Now available on demand until 20th of April 2017, Puccini’s La bohème, which opened the 2016-2017 opera season and was broadcasted from the Teatro Regio in Turin. Gianandrea Noseda conducts the Orchestra and Chorus of the Regio in a new staging by Àlex Ollé. This staging of La Bohème marks the 120th anniversary of the opera world premiere, which took place at the Regio on 1st of February 1896 conducted by a 29 years old Arturo Toscanini.
Opera, until then the favourite entertainment of aristocracy and educated classes, was going to change radically as a consequence of the French revolution. In the three decades of the rise and fall of Napoleon, opera social function changed completely and irrevocably.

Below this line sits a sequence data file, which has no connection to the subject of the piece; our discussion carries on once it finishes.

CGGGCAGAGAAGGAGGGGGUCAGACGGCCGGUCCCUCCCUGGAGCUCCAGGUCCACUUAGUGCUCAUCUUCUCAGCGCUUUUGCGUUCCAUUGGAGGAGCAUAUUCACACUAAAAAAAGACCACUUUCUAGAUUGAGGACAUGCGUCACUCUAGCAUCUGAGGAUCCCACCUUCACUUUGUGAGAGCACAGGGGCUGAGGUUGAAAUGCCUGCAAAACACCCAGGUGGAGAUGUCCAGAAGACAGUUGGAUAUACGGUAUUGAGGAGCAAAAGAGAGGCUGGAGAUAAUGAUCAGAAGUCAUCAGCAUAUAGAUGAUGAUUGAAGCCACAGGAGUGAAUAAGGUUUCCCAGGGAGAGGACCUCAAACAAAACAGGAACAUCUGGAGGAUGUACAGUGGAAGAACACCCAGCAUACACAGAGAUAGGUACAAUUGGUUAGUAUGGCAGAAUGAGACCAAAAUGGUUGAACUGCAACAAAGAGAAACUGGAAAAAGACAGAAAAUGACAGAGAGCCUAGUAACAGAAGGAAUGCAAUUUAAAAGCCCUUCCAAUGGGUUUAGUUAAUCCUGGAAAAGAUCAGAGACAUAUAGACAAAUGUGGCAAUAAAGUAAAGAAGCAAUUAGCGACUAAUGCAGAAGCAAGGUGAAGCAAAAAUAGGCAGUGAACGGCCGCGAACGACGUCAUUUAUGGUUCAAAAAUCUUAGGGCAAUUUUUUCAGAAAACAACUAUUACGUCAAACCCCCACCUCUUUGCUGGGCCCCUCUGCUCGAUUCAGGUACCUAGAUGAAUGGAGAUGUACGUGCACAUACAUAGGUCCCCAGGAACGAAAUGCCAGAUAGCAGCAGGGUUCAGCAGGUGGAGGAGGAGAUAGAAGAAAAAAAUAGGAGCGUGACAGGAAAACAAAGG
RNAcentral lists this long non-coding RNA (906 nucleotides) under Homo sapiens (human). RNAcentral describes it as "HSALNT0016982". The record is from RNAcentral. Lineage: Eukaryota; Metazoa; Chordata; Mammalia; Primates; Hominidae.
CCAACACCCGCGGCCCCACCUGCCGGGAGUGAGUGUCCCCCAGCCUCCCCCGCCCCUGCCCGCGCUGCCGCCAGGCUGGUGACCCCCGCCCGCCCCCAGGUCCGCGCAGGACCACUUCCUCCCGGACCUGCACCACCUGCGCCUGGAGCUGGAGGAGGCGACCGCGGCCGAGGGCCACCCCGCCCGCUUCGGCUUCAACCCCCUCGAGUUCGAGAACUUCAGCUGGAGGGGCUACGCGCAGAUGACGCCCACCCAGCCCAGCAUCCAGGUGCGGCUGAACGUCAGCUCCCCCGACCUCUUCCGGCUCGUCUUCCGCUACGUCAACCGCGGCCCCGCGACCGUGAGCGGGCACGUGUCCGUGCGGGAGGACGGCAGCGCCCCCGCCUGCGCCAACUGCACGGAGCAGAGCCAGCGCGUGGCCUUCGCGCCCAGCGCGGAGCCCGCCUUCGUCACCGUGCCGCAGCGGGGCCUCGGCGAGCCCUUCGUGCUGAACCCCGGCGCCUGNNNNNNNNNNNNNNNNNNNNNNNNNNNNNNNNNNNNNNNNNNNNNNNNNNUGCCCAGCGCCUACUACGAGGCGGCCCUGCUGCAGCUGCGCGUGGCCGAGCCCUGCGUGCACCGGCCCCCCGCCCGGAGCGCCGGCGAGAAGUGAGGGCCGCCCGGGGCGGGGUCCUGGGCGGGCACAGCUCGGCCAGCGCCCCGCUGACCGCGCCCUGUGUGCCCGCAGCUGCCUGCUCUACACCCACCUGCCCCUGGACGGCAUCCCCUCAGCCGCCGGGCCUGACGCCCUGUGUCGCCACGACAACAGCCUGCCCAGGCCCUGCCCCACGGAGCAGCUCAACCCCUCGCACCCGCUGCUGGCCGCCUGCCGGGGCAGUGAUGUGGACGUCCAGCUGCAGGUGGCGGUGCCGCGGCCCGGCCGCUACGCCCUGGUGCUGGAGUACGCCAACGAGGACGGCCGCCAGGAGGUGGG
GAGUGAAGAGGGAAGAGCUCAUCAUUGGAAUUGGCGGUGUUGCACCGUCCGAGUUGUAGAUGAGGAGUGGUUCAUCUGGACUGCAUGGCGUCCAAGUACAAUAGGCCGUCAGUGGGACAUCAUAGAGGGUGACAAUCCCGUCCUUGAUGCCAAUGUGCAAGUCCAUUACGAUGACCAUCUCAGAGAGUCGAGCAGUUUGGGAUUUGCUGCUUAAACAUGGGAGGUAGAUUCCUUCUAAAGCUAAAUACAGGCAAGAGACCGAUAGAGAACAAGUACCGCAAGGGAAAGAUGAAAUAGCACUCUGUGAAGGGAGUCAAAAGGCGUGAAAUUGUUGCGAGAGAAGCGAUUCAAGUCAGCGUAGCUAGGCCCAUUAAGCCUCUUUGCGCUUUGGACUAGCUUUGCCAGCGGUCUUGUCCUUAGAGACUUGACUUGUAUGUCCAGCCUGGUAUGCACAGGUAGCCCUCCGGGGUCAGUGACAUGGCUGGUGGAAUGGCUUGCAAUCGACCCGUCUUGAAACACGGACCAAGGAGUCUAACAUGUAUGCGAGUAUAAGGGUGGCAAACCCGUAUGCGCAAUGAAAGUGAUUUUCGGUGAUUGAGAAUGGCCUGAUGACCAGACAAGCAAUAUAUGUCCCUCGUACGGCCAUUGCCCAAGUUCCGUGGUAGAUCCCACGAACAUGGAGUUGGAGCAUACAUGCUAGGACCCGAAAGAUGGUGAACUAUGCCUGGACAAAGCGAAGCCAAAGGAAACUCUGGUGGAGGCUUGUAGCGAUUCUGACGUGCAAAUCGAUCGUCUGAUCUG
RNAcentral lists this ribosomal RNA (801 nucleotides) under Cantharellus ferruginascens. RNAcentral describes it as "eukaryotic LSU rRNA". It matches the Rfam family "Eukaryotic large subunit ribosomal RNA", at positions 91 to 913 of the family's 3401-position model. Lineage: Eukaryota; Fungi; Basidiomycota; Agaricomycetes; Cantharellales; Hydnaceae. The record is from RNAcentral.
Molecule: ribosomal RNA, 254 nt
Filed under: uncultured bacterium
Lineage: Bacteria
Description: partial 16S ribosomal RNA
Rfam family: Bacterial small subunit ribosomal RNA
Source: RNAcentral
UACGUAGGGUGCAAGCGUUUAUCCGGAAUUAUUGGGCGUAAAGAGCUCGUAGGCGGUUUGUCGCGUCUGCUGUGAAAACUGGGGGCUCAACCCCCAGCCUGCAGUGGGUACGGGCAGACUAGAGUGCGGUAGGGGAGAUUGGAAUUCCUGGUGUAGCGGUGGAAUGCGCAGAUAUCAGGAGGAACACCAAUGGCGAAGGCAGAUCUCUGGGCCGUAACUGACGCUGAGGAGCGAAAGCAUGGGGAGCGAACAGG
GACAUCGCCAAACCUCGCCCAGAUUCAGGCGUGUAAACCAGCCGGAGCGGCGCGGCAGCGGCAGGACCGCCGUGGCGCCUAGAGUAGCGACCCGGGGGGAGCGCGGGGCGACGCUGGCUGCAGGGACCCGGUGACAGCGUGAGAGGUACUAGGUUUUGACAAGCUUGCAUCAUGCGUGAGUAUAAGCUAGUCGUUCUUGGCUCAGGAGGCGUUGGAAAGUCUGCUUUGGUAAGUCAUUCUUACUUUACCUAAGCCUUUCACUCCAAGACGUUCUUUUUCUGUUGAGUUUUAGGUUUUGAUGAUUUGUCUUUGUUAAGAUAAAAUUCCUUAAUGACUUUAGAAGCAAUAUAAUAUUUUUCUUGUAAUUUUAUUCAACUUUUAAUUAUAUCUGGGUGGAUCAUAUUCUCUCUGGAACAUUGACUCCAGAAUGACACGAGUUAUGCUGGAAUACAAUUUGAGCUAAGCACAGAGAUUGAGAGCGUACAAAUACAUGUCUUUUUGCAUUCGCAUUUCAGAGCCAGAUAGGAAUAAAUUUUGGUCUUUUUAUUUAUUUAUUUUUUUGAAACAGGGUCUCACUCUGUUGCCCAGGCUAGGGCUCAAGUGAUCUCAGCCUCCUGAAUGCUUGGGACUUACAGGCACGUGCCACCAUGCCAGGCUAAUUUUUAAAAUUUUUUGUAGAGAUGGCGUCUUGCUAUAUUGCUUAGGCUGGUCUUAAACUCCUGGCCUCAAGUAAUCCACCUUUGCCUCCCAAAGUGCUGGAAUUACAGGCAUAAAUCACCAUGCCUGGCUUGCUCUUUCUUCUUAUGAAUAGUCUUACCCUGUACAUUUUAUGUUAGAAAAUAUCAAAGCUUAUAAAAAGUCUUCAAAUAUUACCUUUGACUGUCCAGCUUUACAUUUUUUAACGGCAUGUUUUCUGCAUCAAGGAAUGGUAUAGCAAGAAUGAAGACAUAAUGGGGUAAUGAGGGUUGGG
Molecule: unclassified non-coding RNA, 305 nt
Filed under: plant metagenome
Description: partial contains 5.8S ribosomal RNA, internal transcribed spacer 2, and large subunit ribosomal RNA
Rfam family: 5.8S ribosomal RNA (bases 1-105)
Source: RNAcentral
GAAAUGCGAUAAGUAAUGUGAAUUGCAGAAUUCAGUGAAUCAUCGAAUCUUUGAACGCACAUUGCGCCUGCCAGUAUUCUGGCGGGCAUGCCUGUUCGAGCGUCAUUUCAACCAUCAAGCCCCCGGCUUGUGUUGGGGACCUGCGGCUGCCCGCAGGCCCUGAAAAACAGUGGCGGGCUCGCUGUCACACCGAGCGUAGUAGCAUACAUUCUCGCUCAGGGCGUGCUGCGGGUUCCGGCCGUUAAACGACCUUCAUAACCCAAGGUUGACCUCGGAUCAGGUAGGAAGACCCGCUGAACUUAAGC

The compelling power of Zandonai’s best opera Francesca da Rimini is the best known of Riccardo Zandonai’s opera, a work of musical richness and compelling dramatic power. D’Annunzio’s play, written in the years of his obsession for Wagner, has many parallels with Tristan und Isolde, as for instance the minstrel account of Isolde’s story at the beginning of the opera and the “goblet scene” in act two. The epitome of a tragic love The first act takes place in Ravenna: Francesca da Polenta, daughter of the lord of the city, is about to marry Guido Malatesta, called Gianciotto because of his deformity (he’s crippled): she’s led to believe that the groom to be is the handsome Paolo, Gianciotto’s brother. In the second act, the following winter, the Guelphs Malatesta, at war with the Ghibellines, are besieging their castle in Rimini. Francesca meets Paolo in the castle and blames him for deceiving her into marriage. Gianciotto arrives followed by their brother Malatestino, who is wounded. In act three, a few months later, Francesca is in her room reading when Paolo, back from a long journey, enters. After confessing each other their love, they go back to the reading which features the […]